Internecine ideological battles have bedeviled the foreign policy of every U.S. administration in recent memory. Human rights liberals fought unsuccessfully with Cold Warriors for control of the Carter administration. New-right hardliners initially won the war for Ronald Reagan's foreign policy soul but then lost it to George Schultz's old-guard Republican realists. The Clinton administration became an altar on which liberal interventionists exorcised the Democratic Party's Vietnam Syndrome demons. Most bitterly and most tragically, the first term of George W. Bush's presidency demonstrated what happens when neoconservatives and their allies win more ideological contests than they lose.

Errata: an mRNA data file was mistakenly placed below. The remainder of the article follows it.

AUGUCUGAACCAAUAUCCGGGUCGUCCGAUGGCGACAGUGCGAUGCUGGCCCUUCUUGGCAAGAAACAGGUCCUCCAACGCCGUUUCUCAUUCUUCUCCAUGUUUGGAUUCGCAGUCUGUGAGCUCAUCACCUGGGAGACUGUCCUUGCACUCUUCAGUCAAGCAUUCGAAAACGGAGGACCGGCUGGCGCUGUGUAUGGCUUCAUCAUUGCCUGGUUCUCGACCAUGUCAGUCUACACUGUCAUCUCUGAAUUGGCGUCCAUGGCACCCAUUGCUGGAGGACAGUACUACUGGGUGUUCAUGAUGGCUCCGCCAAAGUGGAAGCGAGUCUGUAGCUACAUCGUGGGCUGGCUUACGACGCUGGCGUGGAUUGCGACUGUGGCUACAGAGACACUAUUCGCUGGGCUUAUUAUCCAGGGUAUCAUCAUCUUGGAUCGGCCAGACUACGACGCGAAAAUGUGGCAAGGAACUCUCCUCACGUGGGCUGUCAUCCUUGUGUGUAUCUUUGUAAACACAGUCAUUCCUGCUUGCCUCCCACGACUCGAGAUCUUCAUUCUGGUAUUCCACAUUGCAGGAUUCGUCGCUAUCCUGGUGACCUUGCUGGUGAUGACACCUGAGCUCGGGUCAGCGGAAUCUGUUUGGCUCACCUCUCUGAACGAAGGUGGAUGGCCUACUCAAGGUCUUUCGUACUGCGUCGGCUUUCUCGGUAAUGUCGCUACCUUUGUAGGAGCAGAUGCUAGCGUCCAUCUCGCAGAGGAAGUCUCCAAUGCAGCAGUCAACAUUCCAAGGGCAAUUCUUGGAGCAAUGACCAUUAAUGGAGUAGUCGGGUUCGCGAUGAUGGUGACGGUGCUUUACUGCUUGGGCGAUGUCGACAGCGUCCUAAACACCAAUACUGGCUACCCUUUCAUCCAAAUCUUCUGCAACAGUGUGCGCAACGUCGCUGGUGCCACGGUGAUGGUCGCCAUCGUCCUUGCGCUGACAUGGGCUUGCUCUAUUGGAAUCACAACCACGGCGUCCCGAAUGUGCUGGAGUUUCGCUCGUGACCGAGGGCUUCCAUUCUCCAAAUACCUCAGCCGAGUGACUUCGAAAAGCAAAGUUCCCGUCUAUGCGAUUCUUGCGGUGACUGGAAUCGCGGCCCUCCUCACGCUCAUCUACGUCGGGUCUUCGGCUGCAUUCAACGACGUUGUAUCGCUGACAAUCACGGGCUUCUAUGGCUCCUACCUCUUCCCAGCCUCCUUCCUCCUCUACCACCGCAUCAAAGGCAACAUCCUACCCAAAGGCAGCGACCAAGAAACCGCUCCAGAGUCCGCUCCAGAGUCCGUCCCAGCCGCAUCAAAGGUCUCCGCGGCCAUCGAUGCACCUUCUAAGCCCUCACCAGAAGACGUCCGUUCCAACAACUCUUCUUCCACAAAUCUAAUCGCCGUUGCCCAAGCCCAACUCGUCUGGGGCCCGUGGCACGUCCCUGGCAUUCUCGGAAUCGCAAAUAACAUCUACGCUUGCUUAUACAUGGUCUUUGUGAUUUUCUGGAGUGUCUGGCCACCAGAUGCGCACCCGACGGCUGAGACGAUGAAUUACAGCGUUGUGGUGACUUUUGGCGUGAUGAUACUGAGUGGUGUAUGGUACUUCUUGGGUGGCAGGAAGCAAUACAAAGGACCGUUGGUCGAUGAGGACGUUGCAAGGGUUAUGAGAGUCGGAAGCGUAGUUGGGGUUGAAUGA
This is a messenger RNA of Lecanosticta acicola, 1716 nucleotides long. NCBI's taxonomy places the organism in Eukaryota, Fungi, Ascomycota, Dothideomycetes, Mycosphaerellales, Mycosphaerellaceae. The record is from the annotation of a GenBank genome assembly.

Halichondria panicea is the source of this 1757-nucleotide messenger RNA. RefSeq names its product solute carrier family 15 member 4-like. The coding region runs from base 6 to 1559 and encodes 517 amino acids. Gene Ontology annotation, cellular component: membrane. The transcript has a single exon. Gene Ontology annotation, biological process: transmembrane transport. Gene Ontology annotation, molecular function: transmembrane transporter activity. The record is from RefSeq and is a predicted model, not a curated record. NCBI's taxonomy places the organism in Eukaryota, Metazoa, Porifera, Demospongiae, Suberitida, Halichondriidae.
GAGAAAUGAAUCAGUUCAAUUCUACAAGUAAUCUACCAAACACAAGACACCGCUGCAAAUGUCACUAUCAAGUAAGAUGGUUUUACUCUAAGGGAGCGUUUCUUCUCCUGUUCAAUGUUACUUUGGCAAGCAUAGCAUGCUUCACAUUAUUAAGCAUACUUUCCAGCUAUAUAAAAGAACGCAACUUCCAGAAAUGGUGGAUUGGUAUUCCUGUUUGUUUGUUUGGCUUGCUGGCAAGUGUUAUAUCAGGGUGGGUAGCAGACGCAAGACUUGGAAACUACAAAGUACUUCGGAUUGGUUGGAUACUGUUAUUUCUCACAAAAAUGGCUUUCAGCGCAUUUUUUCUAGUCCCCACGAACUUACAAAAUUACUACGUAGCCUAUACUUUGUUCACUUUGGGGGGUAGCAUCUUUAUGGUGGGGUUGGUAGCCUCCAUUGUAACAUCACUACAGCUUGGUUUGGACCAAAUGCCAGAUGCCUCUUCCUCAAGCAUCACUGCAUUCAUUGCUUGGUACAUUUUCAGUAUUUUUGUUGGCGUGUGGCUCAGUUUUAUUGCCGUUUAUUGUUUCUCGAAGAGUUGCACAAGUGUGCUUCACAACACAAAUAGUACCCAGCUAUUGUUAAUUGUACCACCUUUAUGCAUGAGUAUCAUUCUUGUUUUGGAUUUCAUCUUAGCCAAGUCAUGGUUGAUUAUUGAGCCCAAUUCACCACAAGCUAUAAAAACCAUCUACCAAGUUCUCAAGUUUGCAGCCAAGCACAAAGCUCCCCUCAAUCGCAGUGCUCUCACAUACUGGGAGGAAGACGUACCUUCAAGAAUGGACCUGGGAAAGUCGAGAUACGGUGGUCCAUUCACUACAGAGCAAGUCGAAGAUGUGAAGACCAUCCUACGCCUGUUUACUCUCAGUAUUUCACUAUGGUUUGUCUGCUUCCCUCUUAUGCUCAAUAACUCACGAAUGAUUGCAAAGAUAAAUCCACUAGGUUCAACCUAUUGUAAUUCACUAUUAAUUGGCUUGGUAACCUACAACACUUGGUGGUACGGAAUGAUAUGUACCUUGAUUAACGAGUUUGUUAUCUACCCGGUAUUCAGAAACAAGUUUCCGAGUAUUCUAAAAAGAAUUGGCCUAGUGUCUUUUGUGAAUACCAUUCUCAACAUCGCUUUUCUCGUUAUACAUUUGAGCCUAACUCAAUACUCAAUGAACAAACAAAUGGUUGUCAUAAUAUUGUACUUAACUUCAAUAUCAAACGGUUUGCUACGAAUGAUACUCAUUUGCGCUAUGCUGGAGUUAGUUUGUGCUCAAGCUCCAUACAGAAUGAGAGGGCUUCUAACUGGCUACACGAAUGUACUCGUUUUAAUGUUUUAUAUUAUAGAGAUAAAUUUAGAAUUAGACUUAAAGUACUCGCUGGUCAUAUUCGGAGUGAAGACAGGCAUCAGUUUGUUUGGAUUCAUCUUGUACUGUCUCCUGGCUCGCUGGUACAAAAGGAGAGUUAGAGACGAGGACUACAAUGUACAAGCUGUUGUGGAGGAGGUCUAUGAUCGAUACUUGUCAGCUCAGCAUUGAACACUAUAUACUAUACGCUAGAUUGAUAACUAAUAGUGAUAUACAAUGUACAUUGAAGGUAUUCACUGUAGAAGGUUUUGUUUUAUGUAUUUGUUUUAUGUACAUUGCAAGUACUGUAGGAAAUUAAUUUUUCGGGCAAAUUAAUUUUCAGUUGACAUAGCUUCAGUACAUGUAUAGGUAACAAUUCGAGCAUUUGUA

Barack Obama's young presidency is already remarkable in many ways. One of the least remarked upon, however, is the absence of clear internecine ideological combat. The Obama administration has no shortage of internal divisions, even when it comes to foreign policy. For instance, several young foreign-policy scholars who signed on with Obama's campaign when he was an underdog for the Democratic presidential nomination expressed bewilderment and disappointment at the subsequent nomination of Hillary Rodham Clinton as Secretary of State after Obama's election victory. Clinton's arrival at the State Department became a vehicle for Clintonites to exact revenge for the protracted primary battle by denying candidate Obama's policy advisers the jobs they expected to have once he became president. But this has primarily been a political battle, not an ideological one. The Clintonites might be more establishment-minded than their progressive Obama-centric counterparts, but they're also more technocrats than reactionaries. ...
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